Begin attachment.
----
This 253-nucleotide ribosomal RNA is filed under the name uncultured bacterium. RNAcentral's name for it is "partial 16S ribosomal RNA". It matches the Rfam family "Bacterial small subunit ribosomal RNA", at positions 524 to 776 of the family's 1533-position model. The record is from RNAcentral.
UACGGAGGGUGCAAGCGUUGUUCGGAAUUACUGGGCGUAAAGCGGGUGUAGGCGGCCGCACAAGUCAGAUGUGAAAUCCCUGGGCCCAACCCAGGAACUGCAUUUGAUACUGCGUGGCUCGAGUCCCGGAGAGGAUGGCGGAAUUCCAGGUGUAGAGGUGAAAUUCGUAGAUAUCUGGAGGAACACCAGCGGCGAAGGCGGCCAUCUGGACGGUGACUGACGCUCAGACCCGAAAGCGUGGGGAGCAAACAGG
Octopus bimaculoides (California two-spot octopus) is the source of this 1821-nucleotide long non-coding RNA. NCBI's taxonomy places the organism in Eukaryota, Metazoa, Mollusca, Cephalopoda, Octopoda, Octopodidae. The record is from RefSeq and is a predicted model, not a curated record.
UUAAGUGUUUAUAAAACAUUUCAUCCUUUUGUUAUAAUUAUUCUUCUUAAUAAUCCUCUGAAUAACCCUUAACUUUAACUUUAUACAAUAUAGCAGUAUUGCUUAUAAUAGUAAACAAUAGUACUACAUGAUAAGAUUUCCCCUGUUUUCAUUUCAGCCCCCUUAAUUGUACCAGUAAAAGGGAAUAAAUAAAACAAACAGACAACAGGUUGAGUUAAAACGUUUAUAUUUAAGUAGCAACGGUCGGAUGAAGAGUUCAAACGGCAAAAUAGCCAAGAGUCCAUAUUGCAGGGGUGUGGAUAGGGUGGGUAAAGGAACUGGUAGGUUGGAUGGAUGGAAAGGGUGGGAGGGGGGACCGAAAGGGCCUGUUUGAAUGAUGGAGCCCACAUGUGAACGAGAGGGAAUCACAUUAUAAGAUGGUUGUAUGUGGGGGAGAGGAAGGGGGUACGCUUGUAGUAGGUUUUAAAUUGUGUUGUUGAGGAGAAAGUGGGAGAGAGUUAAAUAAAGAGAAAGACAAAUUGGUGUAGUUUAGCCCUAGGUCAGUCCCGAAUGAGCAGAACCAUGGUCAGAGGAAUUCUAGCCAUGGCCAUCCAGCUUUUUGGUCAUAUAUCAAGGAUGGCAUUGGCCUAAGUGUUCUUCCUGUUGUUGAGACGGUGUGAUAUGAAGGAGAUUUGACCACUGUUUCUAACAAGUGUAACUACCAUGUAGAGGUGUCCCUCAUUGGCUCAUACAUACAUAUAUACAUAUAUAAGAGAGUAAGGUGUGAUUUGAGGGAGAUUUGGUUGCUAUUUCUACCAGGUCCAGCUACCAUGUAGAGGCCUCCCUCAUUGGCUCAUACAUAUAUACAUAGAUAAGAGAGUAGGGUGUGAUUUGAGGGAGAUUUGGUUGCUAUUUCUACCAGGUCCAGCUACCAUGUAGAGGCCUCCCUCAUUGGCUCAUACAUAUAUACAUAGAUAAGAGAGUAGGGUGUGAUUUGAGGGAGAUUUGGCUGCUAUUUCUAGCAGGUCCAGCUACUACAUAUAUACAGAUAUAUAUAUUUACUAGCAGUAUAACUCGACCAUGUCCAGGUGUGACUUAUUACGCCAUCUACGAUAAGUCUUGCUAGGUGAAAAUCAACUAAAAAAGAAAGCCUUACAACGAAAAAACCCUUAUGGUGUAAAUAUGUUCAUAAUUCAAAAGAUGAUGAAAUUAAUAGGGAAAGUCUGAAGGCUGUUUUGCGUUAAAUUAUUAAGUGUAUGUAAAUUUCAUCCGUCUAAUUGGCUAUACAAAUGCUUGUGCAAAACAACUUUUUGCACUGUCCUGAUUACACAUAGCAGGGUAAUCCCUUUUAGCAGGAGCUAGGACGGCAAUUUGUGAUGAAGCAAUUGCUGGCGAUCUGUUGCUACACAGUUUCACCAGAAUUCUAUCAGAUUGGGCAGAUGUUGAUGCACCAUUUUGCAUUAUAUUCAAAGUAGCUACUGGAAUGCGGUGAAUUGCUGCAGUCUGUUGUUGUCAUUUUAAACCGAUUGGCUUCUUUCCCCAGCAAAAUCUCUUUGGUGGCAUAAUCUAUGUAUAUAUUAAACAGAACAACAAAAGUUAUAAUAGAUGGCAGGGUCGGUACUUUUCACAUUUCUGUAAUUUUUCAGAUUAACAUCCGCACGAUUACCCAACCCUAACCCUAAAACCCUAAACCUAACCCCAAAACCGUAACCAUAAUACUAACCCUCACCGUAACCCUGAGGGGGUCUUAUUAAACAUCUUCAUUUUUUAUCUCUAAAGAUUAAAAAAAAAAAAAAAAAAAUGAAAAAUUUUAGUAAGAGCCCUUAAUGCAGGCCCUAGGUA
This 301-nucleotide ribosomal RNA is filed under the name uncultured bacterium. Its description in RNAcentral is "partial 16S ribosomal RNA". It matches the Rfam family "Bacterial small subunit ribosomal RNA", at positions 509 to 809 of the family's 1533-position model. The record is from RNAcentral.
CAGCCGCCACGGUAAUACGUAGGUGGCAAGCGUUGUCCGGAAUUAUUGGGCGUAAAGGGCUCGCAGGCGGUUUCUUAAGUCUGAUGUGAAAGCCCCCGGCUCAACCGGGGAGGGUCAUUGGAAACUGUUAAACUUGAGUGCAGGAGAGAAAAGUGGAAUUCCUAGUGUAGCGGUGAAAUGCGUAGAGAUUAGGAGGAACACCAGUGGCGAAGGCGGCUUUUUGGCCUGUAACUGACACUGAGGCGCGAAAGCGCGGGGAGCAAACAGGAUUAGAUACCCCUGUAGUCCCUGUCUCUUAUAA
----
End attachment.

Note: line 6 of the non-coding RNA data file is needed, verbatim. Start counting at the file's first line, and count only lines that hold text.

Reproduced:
CAGCCGCCACGGUAAUACGUAGGUGGCAAGCGUUGUCCGGAAUUAUUGGGCGUAAAGGGCUCGCAGGCGGUUUCUUAAGUCUGAUGUGAAAGCCCCCGGCUCAACCGGGGAGGGUCAUUGGAAACUGUUAAACUUGAGUGCAGGAGAGAAAAGUGGAAUUCCUAGUGUAGCGGUGAAAUGCGUAGAGAUUAGGAGGAACACCAGUGGCGAAGGCGGCUUUUUGGCCUGUAACUGACACUGAGGCGCGAAAGCGCGGGGAGCAAACAGGAUUAGAUACCCCUGUAGUCCCUGUCUCUUAUAA